In a recent anti-retaliation lawsuit, the Seventh Circuit decided as a matter of first impression that unsolicited, informal complaints constitute a protected “inquiry” under ERISA § 510. In doing so, the Seventh Circuit became the most recent circuit to join in a split on this issue, joining with the Fifth and Ninth Circuits, despite opposing opinions from the Second, Third and Fourth Circuits.
Section 510 of ERISA prohibits retaliation “against any person because he has given information or has testified or is about to testify in any inquiry or proceeding relating to this [Act].” 29 U.S.C. § 1140. In George v. Junior Achievement of Central Indiana, Inc., No. 11-3291, 2012 WL 3984408, --- F.3d --- (7th Cir. Sept. 24, 2012), an employee alleged that he was terminated because he complained to company accountants and executives that money being withheld from his paycheck was not being deposited into his retirement and health savings accounts as required under ERISA. This employee also contacted the U.S. Department of Labor regarding the company’s alleged ERISA violations, but he did not file a written complaint.
In George, the parties’ dispute revolved around proper interpretation of the word “inquiry” under ERISA § 510. The Seventh Circuit acknowledged that at one end of the spectrum, “‘inquiry’ could mean something official, such as the investigation that the Department of Labor conducts before deciding whether to file suit under ERISA,” while a different interpretation of inquiry “means nothing more than a question.” Id. at *2.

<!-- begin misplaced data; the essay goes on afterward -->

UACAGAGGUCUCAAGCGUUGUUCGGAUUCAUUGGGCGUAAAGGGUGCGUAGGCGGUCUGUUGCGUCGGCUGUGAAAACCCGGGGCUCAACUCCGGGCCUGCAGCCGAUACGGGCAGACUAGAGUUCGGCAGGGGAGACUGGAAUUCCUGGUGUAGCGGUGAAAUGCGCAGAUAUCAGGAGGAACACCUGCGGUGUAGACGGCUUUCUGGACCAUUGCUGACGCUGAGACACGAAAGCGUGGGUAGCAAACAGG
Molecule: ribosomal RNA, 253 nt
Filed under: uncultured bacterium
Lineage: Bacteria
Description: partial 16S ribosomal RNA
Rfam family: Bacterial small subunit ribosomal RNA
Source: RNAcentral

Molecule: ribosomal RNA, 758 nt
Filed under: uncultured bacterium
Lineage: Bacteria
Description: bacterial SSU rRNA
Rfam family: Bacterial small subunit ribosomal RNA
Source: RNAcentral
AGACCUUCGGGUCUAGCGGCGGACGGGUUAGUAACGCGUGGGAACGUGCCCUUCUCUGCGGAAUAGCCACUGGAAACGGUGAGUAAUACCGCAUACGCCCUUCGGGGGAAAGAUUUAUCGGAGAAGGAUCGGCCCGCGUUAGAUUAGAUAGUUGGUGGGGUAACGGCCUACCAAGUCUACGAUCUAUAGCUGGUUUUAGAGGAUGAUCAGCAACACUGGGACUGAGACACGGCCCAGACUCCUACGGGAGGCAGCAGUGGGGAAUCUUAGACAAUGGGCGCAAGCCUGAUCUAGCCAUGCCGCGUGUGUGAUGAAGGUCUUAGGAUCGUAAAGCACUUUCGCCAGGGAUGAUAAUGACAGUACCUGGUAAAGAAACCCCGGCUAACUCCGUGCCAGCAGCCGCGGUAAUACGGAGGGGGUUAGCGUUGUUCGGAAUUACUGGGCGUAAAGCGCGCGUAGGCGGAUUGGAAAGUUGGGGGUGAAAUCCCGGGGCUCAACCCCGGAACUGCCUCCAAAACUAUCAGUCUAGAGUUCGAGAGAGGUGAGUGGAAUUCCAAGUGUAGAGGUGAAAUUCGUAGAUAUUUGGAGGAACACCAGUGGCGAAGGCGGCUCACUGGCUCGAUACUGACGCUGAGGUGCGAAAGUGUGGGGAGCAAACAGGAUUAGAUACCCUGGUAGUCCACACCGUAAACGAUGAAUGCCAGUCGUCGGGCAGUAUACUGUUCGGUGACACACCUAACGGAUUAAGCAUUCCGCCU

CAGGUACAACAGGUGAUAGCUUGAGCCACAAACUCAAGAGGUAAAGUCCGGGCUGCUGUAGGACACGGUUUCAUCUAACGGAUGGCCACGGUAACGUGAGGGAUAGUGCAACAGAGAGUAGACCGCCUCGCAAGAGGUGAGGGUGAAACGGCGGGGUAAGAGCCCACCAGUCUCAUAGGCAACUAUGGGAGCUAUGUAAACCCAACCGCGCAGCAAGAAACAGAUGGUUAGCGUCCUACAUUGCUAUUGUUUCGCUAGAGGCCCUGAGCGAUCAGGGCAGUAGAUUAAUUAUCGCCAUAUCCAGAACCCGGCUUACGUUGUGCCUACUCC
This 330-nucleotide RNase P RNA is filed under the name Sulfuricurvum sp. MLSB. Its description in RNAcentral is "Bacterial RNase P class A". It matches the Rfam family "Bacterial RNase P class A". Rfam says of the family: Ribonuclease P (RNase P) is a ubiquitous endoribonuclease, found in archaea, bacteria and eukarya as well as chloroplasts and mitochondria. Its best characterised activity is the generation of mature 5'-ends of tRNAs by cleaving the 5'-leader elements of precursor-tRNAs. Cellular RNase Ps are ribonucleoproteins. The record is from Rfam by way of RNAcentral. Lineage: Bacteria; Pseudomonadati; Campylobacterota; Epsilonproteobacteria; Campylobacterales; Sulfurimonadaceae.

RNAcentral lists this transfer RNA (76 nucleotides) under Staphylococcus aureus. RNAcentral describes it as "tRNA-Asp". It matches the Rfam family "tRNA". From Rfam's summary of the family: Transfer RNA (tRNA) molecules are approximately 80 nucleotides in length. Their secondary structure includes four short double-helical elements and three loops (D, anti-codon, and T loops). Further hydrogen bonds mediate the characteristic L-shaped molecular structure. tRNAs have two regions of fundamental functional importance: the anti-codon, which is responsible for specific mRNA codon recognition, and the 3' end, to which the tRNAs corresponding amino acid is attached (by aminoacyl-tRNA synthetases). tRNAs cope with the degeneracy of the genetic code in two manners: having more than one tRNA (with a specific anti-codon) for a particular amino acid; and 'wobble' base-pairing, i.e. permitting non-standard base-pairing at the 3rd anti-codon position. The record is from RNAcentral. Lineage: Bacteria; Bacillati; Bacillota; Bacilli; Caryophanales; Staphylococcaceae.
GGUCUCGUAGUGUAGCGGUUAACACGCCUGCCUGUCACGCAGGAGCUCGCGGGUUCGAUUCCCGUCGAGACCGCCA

To resolve these conflicting interpretations, the Seventh Circuit waded deep into the “mess of unpunctuated conjunctions and prepositions” of Section 510 to ultimately “resolve the ambiguity in favor of protecting employees.” Id. Thus, the Seventh Circuit determined that the “inquiry” required for protection under § 510 may consist of an informal question posed by an employee, including the complaints raised by George. However, the Seventh Circuit cautioned that Section 510 does not cover “trivial bellyaches,” instead: “Someone must ask a question, and the adverse action must be caused by the question or the response. What’s more, the grievance must be a plausible one, though not necessarily one on which the employee is correct.” Id. at *5. Ultimately, the Seventh Circuit remanded the case for proceedings consistent with the opinion.
This case widens the circuit split on the proper interpretation of ERISA § 510. It also exposes employers to an increased number of anti-retaliation suits, while potentially discouraging the formal complaint process that would put such employers on notice of potential claims. Based on the circuit split, we may expect to see future guidance from the Supreme Court.